Archive for March, 2015

Blues from the Mississippi Delta

In the 60s, when I was learning to play the guitar, all the hype was about three British guitarists: Eric Clapton, Jeff Beck and Jimmy Page. All three went on to have spectacular careers and they all came up playing the blues, all three of them at various times with the rock group The Yardbirds. Listening to them, I was introduced to the electric “Chicago” blues music of Muddy Waters, Howlin’ Wolf and Sonny Boy Williamson but Clapton’s great love of Robert Johnson’s music lead me south to the Mississippi delta, where a different brand of blues was being played by very different musicians.

Bukka White

Bukka White

I wasn’t ready for what I discovered – a world of obscure men (and a few women) who had picked up a guitar, bashed it mercilessly and shouted out their discontent for all the world to hear. It was “adult” music – none of that “She loves you, yeah, yeah, yeah.” It was “Goin’ down to Eli’s / Get my pistol out of pawn / When I got home / My woman was gone”; it was “Early this morning / When you knocked upon my door / I said “Hello Satan / I believe it’s time to go.” I immersed myself in their dark music, repetitive and hypnotic. What it was that captivated me so is difficult to express – if I had to choose a word, I would say “soul”, a simple and raw expression of the human condition.

These men were by no means “professional” musicians – they played every which way you could imagine, with glass bottlenecks (slides), on metal or cigar box guitars, using outlandish tunings. They were solo acoustic musicians, which was very appealing to me. I wanted to play like them – I loved the minimalism, I loved the abandon with which they played and sang, I loved the names: Sleepy John Estes, Pinetop Perkins, Peetie Wheatstraw (The Devil’s Son-in-Law).

National steel bodied guitar

National steel bodied guitar

One of the delta bluesmen who impressed me the most was Bukka White. Booker T. Washington “Bukka” White (1909-1977) had a wonderful plaintive voice and played a National steel guitar with a slide, the guitar tuned to an odd open E minor tuning. He is famous for many songs, including “Shake ‘Em On Down”, “Fixin’ To Die” and “Parchman Farm Blues” (White was convicted of a shooting incident and was sentenced in 1937 to the notoriously harsh Parchman Farm prison in rural Mississippi). The first piece I play here is my version of White’s “Fixin’ To Die.”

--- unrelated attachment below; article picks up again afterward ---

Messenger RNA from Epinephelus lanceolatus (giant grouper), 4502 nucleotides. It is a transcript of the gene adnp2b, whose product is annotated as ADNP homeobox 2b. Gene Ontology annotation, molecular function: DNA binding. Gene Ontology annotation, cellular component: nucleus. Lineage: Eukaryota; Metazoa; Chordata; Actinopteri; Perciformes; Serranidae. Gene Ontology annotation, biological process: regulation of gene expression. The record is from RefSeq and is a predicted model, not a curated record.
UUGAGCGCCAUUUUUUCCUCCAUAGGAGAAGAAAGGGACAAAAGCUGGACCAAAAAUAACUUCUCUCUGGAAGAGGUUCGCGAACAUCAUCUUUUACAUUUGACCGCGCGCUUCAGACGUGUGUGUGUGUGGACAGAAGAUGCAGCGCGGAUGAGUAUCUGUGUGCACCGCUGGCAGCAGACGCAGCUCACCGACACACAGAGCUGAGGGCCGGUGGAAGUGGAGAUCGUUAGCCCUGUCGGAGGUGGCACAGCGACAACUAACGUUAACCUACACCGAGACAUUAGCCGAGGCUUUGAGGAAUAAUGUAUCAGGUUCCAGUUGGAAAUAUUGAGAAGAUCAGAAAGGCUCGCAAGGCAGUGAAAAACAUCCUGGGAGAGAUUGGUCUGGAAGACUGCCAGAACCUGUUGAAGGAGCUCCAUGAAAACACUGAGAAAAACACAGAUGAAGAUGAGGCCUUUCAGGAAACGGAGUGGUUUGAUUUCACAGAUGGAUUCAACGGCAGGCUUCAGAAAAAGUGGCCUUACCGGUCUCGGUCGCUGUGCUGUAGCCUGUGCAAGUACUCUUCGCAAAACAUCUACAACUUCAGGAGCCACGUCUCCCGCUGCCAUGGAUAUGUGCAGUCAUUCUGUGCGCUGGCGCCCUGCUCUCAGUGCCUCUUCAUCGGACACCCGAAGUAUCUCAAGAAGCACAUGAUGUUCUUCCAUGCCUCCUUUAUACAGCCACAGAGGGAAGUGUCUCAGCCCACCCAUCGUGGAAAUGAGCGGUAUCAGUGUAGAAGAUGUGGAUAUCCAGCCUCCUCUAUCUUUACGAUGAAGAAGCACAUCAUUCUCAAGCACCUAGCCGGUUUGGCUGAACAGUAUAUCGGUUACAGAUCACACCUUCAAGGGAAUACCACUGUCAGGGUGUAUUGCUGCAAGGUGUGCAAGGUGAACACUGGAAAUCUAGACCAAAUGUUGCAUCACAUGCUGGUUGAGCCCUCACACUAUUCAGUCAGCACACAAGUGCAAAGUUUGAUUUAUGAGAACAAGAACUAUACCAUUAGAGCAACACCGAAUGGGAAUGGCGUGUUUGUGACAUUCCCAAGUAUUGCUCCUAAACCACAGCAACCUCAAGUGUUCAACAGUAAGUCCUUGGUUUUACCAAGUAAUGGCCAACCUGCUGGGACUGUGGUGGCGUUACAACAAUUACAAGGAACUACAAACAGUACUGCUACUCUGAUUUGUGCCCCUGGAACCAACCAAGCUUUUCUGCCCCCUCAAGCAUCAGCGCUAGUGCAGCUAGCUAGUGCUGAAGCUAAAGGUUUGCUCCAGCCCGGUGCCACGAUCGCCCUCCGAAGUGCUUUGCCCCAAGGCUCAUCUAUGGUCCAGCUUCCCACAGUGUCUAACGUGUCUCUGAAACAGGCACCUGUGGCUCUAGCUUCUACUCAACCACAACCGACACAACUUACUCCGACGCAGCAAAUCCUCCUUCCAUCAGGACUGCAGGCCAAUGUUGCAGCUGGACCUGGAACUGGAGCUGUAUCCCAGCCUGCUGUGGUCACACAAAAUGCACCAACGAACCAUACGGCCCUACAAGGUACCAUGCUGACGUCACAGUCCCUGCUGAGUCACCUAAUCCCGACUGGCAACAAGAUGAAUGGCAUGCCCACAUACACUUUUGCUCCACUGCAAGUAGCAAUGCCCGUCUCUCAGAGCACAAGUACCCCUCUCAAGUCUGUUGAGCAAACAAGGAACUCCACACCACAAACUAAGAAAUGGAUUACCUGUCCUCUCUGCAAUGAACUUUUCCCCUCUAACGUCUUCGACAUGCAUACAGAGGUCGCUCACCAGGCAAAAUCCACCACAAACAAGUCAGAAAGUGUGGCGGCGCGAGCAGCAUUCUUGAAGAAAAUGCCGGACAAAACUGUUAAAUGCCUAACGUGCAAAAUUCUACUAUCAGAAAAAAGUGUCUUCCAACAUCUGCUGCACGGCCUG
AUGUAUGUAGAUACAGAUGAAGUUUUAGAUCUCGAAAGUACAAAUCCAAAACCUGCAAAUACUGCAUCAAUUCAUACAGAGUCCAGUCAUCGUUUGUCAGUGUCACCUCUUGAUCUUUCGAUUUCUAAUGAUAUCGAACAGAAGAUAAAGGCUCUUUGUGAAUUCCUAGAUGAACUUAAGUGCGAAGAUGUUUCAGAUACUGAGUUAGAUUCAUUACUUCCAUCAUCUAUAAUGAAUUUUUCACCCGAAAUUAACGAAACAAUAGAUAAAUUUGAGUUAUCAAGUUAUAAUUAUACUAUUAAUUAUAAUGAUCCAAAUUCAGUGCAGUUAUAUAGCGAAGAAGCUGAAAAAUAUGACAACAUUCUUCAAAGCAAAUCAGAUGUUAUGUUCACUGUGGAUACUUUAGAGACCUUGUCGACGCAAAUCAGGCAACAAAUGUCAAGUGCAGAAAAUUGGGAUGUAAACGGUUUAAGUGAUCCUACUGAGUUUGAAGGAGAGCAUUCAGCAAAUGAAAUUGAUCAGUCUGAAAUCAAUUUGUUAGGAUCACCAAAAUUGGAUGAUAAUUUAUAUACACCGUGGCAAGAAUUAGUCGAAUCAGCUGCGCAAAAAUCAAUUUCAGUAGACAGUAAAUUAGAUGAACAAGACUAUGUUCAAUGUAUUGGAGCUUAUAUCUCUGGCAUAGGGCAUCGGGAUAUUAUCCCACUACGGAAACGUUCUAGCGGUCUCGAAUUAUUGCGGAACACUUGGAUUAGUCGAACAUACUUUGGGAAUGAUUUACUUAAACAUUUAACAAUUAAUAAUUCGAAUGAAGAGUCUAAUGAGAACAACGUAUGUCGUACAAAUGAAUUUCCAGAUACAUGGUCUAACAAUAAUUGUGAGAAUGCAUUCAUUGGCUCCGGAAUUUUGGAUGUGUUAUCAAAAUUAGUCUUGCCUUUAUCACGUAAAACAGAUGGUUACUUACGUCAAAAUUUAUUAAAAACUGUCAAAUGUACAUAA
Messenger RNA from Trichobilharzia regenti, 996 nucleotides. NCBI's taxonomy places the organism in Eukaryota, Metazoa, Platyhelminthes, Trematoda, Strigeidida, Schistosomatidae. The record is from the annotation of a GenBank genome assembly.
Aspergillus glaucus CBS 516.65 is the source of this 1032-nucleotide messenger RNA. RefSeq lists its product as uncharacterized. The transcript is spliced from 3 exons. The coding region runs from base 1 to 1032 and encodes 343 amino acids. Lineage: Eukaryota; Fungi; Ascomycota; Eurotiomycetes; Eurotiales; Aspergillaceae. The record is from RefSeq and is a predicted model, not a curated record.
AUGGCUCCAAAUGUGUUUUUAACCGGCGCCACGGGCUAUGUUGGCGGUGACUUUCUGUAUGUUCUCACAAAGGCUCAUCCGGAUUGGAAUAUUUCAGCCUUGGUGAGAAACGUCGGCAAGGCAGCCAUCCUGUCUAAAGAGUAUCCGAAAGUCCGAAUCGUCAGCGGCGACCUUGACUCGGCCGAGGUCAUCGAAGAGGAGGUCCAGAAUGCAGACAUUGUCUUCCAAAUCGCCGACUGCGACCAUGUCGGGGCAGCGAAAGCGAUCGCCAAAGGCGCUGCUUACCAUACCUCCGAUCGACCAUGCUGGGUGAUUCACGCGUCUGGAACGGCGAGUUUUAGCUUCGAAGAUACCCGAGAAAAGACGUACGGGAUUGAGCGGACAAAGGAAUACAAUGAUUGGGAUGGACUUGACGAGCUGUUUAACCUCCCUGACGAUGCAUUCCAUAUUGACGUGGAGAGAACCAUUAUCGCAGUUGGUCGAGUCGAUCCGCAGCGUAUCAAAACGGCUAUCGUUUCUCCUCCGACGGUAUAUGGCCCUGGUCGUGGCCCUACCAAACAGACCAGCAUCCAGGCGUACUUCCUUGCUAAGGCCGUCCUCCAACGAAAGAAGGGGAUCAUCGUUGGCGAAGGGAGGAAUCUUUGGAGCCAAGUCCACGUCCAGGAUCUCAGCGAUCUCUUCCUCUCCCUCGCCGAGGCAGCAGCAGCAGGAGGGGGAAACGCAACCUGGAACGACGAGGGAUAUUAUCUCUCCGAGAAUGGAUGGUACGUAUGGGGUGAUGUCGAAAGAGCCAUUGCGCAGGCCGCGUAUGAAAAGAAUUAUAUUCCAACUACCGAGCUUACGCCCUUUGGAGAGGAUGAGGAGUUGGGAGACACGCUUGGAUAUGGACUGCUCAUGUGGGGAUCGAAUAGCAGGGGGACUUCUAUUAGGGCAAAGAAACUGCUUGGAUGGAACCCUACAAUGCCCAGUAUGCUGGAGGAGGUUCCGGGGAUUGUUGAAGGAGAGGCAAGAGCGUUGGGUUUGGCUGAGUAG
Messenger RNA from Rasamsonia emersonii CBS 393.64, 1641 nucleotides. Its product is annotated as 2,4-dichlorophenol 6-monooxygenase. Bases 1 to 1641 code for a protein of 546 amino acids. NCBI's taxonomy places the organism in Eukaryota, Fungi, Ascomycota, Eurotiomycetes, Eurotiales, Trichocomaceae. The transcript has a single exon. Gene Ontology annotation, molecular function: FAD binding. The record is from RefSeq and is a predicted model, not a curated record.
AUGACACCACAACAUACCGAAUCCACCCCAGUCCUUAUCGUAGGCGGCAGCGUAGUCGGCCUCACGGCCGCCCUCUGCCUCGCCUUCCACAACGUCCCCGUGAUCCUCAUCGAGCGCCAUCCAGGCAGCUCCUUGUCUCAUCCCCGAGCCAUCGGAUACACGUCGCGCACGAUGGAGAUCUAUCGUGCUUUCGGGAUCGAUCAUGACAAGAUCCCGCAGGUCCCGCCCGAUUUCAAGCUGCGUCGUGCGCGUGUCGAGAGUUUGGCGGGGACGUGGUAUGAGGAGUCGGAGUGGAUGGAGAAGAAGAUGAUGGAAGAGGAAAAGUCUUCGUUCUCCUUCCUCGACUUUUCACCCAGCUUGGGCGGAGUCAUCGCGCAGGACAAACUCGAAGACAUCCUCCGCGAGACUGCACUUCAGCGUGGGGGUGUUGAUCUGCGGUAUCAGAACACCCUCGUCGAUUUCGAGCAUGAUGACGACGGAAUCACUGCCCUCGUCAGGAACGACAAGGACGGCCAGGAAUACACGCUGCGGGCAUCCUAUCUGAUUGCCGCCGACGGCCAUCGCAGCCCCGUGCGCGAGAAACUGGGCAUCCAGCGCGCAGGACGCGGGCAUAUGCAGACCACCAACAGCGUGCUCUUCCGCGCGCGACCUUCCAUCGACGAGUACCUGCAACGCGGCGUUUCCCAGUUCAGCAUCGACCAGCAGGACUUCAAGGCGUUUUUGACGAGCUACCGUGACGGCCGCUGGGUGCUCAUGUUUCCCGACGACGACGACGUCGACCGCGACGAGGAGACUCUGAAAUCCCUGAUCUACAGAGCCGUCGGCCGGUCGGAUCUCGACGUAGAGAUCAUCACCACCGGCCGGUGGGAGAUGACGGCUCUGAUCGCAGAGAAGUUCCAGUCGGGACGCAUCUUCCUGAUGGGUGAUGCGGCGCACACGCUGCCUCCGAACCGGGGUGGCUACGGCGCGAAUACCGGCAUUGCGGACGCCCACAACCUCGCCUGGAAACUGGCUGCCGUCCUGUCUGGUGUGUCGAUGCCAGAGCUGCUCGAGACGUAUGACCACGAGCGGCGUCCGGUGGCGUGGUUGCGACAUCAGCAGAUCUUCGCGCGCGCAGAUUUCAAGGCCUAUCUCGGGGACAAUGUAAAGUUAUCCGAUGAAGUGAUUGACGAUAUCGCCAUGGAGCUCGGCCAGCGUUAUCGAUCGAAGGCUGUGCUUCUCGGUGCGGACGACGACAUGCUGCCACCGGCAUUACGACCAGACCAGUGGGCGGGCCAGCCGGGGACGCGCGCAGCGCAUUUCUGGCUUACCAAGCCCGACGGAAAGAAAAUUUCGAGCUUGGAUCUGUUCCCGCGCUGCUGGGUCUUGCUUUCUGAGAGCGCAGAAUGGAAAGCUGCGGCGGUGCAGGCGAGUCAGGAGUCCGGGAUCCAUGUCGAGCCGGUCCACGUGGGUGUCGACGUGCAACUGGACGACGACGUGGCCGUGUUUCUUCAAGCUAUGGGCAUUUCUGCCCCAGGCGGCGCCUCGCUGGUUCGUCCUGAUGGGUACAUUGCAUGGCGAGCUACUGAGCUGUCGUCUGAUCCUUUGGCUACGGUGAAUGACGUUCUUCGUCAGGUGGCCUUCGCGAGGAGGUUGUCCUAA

Again through Eric Clapton, who recorded “I’m So Glad” with his rock group Cream, I started listening to  Skip James’ music. Nehemiah Curtis “Skip” James (1902-1969), like Bukka White, played in an open E minor tuning, which both men probably picked up from Henry Stuckey (1897-1966). Stuckey is said to have learned the tuning from Bahamian soldiers while serving in France during World War I.

Skip James with Mississippi John Hurt

Skip James with Mississippi John Hurt

James is also credited with “Cypress Grove Blues” which I play here, although my version is closer to Doc Watson’s definitive recording of the song. In the picture to the right, Mississippi John Hurt looks on as Skip James plays. My style of finger picking which is featured here owes a lot to Mississippi John’s playing.

The blues is not all gloom and doom and an important part is spiritual in nature. The third piece I play is the Reverend Robert Wilkins’ “Prodigal Son”, an exquisite retelling of the biblical parable. Reverend Robert Wilkins (1896-1987) is of Cherokee descent and was very popular during the 60s folk revival.

Reverend Robert Wilkins

Reverend Robert Wilkins

All these great bluesmen died in my lifetime, many when I was just a young man. Most people were as untroubled by their loss as they had been unaware of their presence. Their style of playing is now relegated to the past but I urge everyone to go to YouTube and listen to these greats of the 20th century.

 

Fixin’ To Die/Cypress Grove Blues/Prodigal Son

posted by R.A.Seguin in Non classé and have No Comments